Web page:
top of page
  • Writer's picturedirtyheart


Being a female athlete comes with its perks –toned and strong bodies, being able to outrun the average guy and getting a chance to stop for plenty of coffees. However, we are also very good at pushing ourselves beyond limits, striving to get the most from our bodies. It is this drive to succeed in everything we do that often creates some added challenges that female athletes face when training for an endurance event.

These challenges can vary, however many can lead to missing out on optimal fuelling which can compromise gains in endurance, strength and speed. Not only this, but both our short- and long-term health can be negatively affected. For many, the primary reason is the difficulty in eating well with the tight time constraints that accompany the work-family-life-training ‘balance’. To add to these pressures, endurance sport encourages us to be lean and a certain body composition to maximise our performance. When these challenges are combined with the media bombardment of diet crazes such as sugar free, paleo, low carb, clean eating, gluten free, sugar free, dairy free or low fat, it is no wonder we find attaining an optimal nutrition intake confusing and very challenging.

Here is the good part – it doesn’t need to be complicated and you CAN balance intake with all other time commitments you have on a daily basis. Eating well can be done on almost any budget and with the tightest of time schedules. There are just some key principles to keep in mind when getting the balance right between food intake and training requirements.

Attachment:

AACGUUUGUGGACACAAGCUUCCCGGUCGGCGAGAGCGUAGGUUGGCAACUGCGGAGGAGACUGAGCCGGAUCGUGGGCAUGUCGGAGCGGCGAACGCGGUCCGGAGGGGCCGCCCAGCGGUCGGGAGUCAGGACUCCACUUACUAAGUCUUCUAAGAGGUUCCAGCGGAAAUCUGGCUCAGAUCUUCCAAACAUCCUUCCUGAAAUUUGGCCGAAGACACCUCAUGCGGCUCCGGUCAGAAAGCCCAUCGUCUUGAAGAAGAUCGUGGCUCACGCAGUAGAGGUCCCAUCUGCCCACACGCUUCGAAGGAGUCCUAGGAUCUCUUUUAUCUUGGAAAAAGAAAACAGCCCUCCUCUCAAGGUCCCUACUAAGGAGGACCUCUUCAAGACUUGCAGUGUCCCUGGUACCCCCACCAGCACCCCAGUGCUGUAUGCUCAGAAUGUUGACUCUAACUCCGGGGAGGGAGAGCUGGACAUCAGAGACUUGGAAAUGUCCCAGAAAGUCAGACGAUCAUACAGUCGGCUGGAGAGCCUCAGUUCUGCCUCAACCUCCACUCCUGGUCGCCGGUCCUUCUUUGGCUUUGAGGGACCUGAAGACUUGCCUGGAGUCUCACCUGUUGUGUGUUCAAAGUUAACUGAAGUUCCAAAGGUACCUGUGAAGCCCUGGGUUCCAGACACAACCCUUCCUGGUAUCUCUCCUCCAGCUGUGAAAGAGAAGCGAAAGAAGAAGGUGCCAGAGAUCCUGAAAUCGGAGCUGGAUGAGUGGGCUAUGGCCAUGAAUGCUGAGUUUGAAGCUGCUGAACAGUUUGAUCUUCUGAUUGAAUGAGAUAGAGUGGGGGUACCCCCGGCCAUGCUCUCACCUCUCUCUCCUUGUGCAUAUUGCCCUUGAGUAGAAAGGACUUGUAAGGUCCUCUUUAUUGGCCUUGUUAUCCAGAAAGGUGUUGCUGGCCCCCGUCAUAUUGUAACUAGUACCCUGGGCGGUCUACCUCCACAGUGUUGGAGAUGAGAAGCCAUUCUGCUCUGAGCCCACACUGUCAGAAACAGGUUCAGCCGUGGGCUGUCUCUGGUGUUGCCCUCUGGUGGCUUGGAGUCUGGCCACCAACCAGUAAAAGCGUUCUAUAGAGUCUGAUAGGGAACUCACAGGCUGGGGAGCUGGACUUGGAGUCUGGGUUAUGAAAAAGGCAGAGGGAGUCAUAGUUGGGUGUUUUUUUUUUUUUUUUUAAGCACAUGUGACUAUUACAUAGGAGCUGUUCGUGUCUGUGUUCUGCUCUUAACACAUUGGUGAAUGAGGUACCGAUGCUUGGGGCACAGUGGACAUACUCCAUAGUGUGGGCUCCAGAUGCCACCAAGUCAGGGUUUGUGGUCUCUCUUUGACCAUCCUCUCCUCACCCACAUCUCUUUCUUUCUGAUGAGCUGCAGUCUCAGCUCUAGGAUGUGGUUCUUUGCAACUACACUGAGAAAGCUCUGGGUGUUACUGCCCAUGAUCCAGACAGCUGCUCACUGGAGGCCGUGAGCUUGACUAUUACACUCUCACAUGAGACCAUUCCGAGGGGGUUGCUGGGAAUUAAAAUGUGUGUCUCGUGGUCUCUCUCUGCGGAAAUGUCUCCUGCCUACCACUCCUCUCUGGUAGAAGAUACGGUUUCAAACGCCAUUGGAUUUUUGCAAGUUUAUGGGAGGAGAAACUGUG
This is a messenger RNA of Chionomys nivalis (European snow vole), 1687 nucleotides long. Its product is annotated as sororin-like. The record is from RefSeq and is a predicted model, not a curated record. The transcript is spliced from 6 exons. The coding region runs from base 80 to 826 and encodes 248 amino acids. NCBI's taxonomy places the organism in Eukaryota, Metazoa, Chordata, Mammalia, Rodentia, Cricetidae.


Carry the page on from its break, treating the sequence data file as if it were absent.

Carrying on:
POOR ENERGY AVAILABILITY This is first on the list for a very good reason – it is a common issue in many female endurance athletes. Recently renamed ‘Relative Energy Deficiency in Sport’ (or RED-S), the syndrome encompasses not only what was previously known as the Female Athlete Triad, but also recognises the complexity of symptoms that are related to an imbalance between dietary intake and energy expenditure (Food vs. Training). Energy availability is the term used to explain the amount of dietary energy remaining after all your metabolic processes and needs for exercise training have been accounted for. Athletes may be in a state of low energy availability due to a number of factors, whether this be intentionally (to achieve a specific body composition for performance), inadvertently (not adjusting intake to match increase needs from activity increases) or compulsively (due to disordered eating patterns).

If energy availability is consistently restricted – both acutely (to make racing weight) or chronically – we may not have enough energy to cover the costs of our training, daily living and metabolic demands. This can impact your metabolic rate, bone health, immune function and also the wellbeing of your heart and mental health. Some of the signs and symptoms to be aware of and to follow-up with your medical professional include:

  • Amenorrhoea (cessation of menstruation for more than 3 months); and/or

  • Delayed menarche in young active females (absence of your first menstruation by age 16); and/or

  • Disordered eating patterns that may include overly restricting intake such as skipping meals or using unsafe weight loss methods; and/or

  • Poor bone health with a below normal Bone Mineral Density (BMD); and/or

  • Depressed mood or irritability; and/or

  • Susceptibility to ongoing illness.

To optimise health and maximise gains in performance, it is important to balance energy availability in your dietary intake to cope with the added energy costs of training and daily living. This is best done in consultation with an Accredited Sports Dietitian and will focus on prioritising fuelling around sessions, increasing total energy intake and optimising the spread of nutrients over the day.